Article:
Tuesday, May 15, 2012

Review of the GSA and Penn State guides on BIM for FM/Owners

Blog entry by: Dominik Holzer

In early BIM days architects, engineers and manufacturers (hence those authoring BIMs) were the main parties of interest when it came to BIM literature, followed by contractors who would learn about BIM's advantages for coordination and site related work. This is changing and two recent U.S. publications illustrate that the focus surrounding BIM is currently moving towards exploring advantages for Owner / Operators in general, and Facility Management FM in particular: The General Services Administration (GSA) 'BIM Guide for Facility Management' and the Penn State 'BIM Planning Guide for FacilityOwners'

As much as these are two different efforts, they share the same goal, namely educating clients on how to leverage the advantages of BIM during Operation and Maintenance O&M of their facilities. Whereas the GSA guide is more specific about the kind of information required by this U.S authority in order to fulfill their requirements for BIM, the Penn State guide comprises a more general summary of how clients can align their business processes with the processes inherent to BIM style delivery of projects.

The GSA guide:

Despite the fact that the GSA guide is not intended to address stakeholders outside their organisation, it is nevertheless useful to make all design and construction teams understand BIM requirements of clients in general.  Written in four parts (BIM for FM / Implementation Guide / Modeling Requirements / Technology) the guide lists  FM related tasks and functions that can be supported by linking BIM models to Computerized Maintenance Management Systems (CMMS):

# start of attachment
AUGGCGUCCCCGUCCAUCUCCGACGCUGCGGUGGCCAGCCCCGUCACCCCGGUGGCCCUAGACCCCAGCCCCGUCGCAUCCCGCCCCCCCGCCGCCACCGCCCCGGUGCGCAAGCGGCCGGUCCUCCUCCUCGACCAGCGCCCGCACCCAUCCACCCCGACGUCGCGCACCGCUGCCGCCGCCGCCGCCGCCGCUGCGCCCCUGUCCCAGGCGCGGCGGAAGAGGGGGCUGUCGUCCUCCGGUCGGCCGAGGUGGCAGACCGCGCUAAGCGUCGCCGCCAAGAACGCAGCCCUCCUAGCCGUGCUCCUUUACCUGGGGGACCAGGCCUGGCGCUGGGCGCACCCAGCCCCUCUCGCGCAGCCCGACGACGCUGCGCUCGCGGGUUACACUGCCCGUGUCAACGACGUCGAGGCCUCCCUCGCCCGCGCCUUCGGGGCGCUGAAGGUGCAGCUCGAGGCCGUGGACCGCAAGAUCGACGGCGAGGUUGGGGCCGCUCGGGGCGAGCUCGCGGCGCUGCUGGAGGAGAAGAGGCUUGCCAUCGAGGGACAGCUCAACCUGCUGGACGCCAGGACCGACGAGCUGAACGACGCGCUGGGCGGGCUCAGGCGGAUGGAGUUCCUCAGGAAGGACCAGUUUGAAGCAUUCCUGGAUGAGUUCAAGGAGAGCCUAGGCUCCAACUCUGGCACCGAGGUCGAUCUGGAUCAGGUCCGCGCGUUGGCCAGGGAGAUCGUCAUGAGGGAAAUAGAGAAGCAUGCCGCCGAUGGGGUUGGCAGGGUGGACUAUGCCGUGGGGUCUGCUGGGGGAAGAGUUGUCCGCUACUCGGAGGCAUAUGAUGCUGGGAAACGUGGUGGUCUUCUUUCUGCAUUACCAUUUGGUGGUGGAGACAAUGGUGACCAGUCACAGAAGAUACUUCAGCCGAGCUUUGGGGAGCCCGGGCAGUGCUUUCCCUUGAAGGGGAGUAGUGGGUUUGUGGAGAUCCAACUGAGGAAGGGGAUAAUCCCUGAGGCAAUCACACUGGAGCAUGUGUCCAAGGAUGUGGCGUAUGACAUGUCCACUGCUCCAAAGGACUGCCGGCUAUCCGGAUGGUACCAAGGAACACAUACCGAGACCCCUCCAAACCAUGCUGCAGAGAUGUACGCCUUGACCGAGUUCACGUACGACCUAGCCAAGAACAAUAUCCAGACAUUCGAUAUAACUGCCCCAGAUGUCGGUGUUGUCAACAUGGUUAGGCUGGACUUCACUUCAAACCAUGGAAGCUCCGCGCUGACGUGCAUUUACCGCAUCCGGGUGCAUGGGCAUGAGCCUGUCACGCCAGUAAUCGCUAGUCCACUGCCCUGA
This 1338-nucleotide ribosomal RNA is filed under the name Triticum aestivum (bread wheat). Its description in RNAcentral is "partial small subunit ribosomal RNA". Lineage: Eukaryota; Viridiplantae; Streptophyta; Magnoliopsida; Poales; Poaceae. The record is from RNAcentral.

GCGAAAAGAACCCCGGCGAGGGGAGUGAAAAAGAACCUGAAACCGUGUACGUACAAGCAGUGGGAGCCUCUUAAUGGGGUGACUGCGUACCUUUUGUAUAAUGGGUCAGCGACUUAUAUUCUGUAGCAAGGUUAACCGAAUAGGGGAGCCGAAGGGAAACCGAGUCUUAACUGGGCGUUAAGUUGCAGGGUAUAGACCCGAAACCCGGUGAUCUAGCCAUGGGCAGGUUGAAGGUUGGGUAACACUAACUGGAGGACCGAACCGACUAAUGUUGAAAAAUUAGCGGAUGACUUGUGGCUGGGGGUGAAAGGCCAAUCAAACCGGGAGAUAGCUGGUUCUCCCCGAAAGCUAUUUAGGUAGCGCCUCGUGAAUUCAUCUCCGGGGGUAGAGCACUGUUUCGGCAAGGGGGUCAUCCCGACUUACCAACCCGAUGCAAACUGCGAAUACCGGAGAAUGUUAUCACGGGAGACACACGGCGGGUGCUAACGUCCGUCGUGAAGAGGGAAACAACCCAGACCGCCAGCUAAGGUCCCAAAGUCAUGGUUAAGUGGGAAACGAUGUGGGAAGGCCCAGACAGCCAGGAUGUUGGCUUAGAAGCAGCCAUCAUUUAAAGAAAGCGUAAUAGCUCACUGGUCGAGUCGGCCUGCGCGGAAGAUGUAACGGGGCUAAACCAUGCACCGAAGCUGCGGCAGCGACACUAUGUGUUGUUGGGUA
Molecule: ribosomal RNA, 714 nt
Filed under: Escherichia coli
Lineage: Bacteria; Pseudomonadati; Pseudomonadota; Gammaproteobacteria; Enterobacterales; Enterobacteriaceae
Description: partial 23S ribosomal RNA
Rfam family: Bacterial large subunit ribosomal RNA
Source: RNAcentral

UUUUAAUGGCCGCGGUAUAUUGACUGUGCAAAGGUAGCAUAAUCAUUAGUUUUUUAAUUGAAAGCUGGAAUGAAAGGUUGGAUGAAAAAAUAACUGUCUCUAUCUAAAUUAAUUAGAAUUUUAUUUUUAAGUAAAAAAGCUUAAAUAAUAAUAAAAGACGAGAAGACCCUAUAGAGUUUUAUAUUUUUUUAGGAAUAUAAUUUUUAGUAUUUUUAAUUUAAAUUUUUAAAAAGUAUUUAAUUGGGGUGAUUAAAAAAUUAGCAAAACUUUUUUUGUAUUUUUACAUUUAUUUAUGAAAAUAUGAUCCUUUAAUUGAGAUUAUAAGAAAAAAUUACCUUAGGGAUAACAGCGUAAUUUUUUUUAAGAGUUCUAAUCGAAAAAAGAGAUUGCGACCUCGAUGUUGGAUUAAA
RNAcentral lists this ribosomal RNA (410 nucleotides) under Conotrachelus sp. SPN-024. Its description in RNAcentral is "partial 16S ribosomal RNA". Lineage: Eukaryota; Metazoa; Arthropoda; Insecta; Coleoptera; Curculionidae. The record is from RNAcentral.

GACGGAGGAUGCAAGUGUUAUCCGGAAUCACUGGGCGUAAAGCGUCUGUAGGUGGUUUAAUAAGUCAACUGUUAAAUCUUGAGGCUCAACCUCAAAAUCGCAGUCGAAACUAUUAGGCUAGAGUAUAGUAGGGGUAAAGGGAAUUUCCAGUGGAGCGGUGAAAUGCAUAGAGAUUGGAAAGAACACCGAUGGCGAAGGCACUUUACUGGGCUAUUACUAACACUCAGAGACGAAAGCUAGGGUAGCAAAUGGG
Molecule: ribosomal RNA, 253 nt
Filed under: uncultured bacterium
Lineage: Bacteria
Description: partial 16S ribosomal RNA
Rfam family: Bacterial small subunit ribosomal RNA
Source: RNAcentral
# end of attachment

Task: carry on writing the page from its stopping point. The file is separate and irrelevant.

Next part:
• Reduces cost of re-documenting as built
  • Reduces cost for audits and re-walk
  • Maintain accurate building inventory –  via a bidirectional link between BIMs and CMMS
  • Track facility components accurately (visualisation, access to location, relationships of building systems and equipment and access to existing condition attribute data)
  • Identify inefficiencies in building operation
  • Respond quickly to client requests; reduces risk and uncertainty of performing work orders
  • According to GSA: reduces O & M contract cost from 3-6%
  • ROI of 3% in energy savings by identifying all Facility components that affect energy usage
  • Optimises building performance by comparing actual with predicted energy data.
  • Better equipment selection on future projects based on feedback from building operations

The guide nevertheless highlights that this is early days on the link from BIM to FM. The industry still faces a range of open questions that need to be resolved over the coming years: Despite this specific summary of FM deliverables, the GSA guide remains a tad vague when outlining the approach for transitioning (or even synchronising) BIM with FM data. A 'Design Intent' BIM may well be useful for FM, but there is no mention on in the guide how to filter and format the data (once tagged) so it becomes a useful addition to project related information in the CMMS. The GSA guide names MEP/FP BIM as further sources of information for FM, but again lacking detail of what MEP data is actually relevant for FM.